Mol. Biol. Evol. 38 (12) 5275-5291 [2021-09-20; online 2021-09-20]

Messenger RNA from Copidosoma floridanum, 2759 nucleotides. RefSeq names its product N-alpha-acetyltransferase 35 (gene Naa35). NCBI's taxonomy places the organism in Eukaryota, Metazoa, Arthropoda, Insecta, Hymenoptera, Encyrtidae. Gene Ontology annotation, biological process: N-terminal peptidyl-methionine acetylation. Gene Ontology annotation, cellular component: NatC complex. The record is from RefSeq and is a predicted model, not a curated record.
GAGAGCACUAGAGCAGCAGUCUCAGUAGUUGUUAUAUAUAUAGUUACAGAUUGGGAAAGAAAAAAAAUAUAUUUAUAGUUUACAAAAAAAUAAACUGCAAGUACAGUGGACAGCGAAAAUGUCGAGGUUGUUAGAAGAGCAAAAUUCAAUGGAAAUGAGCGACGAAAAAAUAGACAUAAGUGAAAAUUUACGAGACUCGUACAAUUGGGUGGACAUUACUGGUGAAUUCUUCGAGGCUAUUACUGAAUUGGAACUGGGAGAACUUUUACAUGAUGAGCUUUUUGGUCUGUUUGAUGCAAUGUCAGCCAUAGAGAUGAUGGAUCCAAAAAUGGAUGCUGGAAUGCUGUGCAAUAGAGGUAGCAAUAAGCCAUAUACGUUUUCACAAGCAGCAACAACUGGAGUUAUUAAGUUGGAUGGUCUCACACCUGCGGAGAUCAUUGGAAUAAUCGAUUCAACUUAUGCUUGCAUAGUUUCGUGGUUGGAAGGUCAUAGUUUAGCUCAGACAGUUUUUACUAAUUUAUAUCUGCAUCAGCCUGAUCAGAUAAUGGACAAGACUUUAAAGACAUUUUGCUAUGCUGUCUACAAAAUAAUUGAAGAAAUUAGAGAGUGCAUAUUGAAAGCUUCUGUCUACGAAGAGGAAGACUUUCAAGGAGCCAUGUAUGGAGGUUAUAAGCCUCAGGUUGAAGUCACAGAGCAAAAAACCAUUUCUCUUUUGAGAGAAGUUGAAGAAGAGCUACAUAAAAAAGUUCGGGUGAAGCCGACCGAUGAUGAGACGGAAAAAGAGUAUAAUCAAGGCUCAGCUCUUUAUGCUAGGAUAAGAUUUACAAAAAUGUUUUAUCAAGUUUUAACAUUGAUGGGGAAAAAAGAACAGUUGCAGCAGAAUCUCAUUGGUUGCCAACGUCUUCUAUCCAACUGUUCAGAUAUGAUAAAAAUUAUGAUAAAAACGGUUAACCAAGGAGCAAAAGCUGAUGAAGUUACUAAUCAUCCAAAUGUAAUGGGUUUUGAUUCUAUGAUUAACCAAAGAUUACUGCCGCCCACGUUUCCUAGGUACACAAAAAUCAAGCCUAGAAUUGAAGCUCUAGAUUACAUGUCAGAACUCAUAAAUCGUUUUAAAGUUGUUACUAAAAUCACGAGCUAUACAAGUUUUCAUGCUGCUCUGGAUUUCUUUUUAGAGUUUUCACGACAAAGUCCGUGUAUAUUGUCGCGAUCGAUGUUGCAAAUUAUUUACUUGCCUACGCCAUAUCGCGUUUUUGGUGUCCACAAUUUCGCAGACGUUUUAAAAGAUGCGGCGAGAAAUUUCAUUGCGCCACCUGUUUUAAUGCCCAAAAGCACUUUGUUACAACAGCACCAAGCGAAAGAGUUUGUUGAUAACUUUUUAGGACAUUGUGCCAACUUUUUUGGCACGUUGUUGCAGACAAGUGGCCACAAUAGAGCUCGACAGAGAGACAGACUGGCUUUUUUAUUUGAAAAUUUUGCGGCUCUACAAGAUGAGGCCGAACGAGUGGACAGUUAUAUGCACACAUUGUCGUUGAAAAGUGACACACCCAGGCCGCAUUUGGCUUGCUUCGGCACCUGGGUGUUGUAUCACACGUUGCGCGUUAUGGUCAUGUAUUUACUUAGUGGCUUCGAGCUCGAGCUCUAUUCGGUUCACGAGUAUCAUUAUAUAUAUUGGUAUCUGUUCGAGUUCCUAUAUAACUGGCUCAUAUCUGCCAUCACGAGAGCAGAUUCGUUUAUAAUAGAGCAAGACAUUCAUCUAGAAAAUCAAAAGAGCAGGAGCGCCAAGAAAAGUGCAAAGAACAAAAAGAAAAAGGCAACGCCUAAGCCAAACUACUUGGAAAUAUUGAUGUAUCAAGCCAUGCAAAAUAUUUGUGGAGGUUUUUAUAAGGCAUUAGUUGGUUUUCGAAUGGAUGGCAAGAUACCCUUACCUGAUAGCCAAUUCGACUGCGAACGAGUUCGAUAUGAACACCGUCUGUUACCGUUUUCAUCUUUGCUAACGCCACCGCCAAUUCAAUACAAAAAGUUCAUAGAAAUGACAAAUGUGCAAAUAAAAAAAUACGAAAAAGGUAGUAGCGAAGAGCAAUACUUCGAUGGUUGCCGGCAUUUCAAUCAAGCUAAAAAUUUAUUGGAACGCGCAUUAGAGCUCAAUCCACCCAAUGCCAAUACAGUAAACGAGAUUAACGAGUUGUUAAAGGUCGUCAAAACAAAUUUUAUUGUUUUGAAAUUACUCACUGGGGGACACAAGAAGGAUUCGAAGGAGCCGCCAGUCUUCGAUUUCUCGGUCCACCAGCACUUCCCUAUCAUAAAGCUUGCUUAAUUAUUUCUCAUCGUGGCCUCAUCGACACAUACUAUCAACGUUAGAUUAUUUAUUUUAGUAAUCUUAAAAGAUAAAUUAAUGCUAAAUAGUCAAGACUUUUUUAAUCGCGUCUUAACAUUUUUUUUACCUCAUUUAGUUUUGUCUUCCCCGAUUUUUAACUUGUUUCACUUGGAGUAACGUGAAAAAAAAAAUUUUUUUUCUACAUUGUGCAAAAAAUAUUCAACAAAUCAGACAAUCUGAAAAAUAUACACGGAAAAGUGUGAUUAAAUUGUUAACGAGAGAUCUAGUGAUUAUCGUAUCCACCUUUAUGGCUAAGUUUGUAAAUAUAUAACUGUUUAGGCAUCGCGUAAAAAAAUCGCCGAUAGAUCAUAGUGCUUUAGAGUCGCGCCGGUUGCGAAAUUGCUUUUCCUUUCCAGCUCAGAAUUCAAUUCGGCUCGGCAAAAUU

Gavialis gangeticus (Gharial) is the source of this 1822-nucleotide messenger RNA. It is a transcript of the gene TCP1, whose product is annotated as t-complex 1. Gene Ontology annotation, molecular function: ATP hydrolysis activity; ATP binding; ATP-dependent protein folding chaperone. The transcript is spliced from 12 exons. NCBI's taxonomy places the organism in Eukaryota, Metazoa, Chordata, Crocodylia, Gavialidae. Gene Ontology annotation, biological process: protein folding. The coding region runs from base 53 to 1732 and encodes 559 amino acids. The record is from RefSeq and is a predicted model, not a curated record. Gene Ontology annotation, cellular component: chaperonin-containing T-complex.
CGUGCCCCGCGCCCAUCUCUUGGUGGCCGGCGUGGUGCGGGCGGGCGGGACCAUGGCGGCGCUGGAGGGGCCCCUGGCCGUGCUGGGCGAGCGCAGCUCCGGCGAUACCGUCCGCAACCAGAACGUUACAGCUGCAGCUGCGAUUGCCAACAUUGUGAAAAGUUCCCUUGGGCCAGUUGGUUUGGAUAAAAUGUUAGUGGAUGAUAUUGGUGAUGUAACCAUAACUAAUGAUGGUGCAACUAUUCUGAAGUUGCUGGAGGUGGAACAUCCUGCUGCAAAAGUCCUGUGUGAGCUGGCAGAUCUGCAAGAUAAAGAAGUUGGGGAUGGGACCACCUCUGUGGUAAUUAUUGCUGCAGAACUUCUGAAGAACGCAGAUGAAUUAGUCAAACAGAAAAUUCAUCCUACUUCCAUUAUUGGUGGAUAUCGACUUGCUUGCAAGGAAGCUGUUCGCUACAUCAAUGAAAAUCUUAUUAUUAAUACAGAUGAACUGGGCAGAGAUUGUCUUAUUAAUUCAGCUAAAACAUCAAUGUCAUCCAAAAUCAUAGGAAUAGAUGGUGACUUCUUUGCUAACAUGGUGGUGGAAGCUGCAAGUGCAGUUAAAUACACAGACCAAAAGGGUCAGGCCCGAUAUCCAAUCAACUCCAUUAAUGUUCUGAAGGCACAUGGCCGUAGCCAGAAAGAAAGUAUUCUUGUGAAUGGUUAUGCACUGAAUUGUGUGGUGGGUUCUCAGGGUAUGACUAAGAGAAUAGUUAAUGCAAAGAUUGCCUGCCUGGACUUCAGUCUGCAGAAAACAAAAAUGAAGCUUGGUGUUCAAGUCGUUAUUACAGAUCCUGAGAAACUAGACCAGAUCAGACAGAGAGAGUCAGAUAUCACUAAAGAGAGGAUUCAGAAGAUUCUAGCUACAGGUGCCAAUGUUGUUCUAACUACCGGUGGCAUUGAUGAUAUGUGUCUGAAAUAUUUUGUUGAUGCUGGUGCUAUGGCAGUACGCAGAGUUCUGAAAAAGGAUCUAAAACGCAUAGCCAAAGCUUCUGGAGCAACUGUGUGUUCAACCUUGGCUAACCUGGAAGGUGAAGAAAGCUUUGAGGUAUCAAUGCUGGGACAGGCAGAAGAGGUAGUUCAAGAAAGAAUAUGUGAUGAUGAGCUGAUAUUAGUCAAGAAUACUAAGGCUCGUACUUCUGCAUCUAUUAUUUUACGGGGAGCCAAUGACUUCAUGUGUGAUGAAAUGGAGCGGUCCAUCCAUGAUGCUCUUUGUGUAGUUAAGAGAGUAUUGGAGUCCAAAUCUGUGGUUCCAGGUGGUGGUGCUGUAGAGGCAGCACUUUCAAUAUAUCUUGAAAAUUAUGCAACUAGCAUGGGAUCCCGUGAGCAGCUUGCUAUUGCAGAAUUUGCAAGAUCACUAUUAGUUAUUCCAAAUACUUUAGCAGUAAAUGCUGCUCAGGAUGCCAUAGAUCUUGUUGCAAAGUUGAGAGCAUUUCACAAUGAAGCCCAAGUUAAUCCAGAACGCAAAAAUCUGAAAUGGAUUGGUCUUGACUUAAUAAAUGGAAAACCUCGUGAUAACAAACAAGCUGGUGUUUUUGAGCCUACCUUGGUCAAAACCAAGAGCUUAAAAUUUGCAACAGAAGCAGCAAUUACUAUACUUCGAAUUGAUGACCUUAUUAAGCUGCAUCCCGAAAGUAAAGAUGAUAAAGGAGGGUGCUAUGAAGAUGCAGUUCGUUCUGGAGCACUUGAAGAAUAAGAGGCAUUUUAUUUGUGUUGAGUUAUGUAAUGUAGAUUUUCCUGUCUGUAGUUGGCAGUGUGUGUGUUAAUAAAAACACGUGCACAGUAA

How the avian sex chromosomes first evolved from autosomes remains elusive as 100 million years (Myr) of divergence and degeneration obscure their evolutionary history. The Sylvioidea group of songbirds is interesting for understanding avian sex chromosome evolution because a chromosome fusion event ∼24 Myr ago formed "neo-sex chromosomes" consisting of an added (new) and an ancestral (old) part. Here, we report the complete female genome (ZW) of one Sylvioidea species, the great reed warbler (Acrocephalus arundinaceus). Our long-read assembly shows that the added region has been translocated to both Z and W, and while the added-Z has remained its gene order the added-W part has been heavily rearranged. Phylogenetic analyses show that recombination between the homologous added-Z and -W regions continued after the fusion event, and that recombination suppression across this region took several million years to be completed. Moreover, recombination suppression was initiated across multiple positions over the added-Z, which is not consistent with a simple linear progression starting from the fusion point. As expected following recombination suppression, the added-W show signs of degeneration including repeat accumulation and gene loss. Finally, we present evidence for non-random maintenance of slowly evolving and dosage-sensitive genes on both ancestral- and added-W, a process causing correlated evolution among orthologous genes across broad taxonomic groups, regardless of sex-linkage.